On any given day several hundred people use Point Pleasant Park, and most of them are carrying a plastic bottle of water. That’s because there isn’t a working drinking fountain in the park. An ancient fountain sits near Black Rock Beach, but it’s been capped off so long it’s more rust than metal. Nowadays, it’s fend-for-yourself, water-wise.
It’s the same in nearly every public space I’ve surveyed, including the Halifax Common, the waterfront, downtown, Shubie Park and dozens of area playing fields.
No one I talked to this week knew how many drinking fountains there are in Halifax, but I could find exactly one: the fountain next to the duck pond in the Public Gardens. Its simple elegance suggests it’s a throwback to an earlier age and has somehow survived the neglect of public officials, who seem to shrug off the recent disappearance of fountains.
“It’s probably because of the upkeep,” says Art Sampson, the city’s point man for the Point Pleasant Park rebuilding project. “There used to be a fountain next to the pool in the Common, but it was damaged so often they just took it out. We’d fix it, then three weeks later it was broken off again.”
Sampson thinks the new plan for Point Pleasant will include drinking fountains, but the plan won’t be finalized until April, and officials at Ekistics, the Dartmouth firm that won the design contest for the rebuilding, didn’t return repeated phone calls for comment. But even if the project ultimately includes fountains, it doesn’t address the problem elsewhere in the city.
Vandalism and the other fountain maintenance problems have always been with us, and yet governments used to consider fountains part of their fundamental business. What has changed is the wide popularity of plastic water bottles, which in the collective bureaucratic mind now makes drinking fountains too bothersome, too expensive.
It’s a myopic view. Consider the expense to the environment. Nova Scotians buy 100 million redeemable plastic bottles each year, says Jim Bauld, who manages Halifax’s recycling program. Nobody collects figures just for the city, but a good guess is that Haligonians use about 10 million plastic water bottles annually. Placed end to end, they’d stretch from here to Toronto.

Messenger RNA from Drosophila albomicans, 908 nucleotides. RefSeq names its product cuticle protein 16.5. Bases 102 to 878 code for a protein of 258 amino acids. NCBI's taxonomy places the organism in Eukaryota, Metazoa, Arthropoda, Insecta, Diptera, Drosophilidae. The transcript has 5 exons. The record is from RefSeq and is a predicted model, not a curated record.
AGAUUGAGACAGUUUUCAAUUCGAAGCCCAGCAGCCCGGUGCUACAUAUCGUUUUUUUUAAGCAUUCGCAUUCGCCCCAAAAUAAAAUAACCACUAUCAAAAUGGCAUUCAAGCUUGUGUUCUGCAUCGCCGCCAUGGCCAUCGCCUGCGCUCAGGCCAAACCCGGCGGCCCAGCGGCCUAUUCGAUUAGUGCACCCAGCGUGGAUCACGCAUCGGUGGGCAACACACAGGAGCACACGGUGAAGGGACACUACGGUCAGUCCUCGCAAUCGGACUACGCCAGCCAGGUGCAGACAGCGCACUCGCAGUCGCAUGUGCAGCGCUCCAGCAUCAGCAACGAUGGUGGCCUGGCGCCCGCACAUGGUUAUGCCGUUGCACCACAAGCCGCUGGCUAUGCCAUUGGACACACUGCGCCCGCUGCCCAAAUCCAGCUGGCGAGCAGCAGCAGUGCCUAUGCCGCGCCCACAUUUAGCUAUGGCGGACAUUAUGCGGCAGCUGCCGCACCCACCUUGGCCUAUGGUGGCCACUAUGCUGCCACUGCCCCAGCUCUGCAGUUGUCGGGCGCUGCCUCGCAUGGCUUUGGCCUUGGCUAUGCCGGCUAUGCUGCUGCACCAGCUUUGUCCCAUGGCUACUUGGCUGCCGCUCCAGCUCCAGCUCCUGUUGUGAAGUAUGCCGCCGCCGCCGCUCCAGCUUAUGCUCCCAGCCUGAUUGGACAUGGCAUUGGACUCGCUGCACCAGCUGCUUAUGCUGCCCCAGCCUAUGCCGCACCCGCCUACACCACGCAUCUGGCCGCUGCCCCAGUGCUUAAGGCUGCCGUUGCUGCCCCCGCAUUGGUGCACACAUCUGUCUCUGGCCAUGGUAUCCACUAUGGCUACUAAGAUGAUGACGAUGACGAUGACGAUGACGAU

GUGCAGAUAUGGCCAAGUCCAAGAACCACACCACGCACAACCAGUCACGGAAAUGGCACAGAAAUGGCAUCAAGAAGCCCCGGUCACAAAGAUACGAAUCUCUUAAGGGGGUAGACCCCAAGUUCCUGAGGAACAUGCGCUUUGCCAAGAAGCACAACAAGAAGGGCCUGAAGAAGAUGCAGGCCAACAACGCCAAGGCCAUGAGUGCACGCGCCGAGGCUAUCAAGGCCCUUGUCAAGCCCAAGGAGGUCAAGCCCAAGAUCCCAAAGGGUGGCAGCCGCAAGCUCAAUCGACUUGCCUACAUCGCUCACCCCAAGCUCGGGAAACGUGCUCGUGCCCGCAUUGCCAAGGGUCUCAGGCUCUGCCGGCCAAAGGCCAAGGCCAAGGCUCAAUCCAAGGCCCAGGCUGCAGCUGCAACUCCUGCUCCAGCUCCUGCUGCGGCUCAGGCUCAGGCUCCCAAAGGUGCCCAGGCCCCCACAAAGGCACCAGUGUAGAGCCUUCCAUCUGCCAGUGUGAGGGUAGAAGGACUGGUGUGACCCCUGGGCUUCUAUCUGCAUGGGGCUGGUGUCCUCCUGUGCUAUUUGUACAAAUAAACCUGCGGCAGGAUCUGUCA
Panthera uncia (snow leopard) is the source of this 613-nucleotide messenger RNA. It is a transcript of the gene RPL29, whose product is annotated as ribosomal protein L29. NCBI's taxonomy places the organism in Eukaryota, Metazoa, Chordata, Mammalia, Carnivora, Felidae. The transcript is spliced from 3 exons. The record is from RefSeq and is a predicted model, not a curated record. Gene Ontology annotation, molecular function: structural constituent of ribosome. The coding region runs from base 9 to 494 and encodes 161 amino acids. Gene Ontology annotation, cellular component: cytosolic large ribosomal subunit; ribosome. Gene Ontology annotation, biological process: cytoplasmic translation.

Our demand contributes to the 1.5 million tons of plastic, a petroleum product, the bottled water industry uses each year.
And yes, plastic water bottles are recyclable, but 15 percent of them—1.5 million annually from Halifax—never make it into the recycling stream, says Bauld. Some go to the dump, the rest litter our countryside.
Bauld says the bottles that do get recycled are sent to Amherst to be ground up, then shipped to North Carolina where they are used to manufacture carpeting. That’s better than being dumped, but the new product gives the petroleum-based carpet industry a price advantage over less environmentally destructive floor coverings.
There’s a belief that bottled water is safer than what comes out of our taps, but that’s widely disputed. The industry is under-regulated, says the US-based Natural Resources Defense Council, which found contaminants in one-third of the bottled water brands it tested. And don’t forget to add the thousands of pollution-spewing trucks needed to distribute bottled water to the equation.
I also wonder what the abandonment of the public drinking fountain says about our social environment. When we don’t plan for, build or maintain drinking fountains, what are we telling those citizens who can’t plop down a toonie for a bottle of water every time they go to the park? But this seems to be an outdated concern. Nowadays, a drinking fountain gets vandalized or breaks, and it’s simply “taken out.” A park gets rebuilt, and no one really addresses the need for fountains. The people who manage our public spaces evidently assume that everyone can and should bring their own bottled water—it’s one less hassle for the bureaucrats.
Is this really a step forward?
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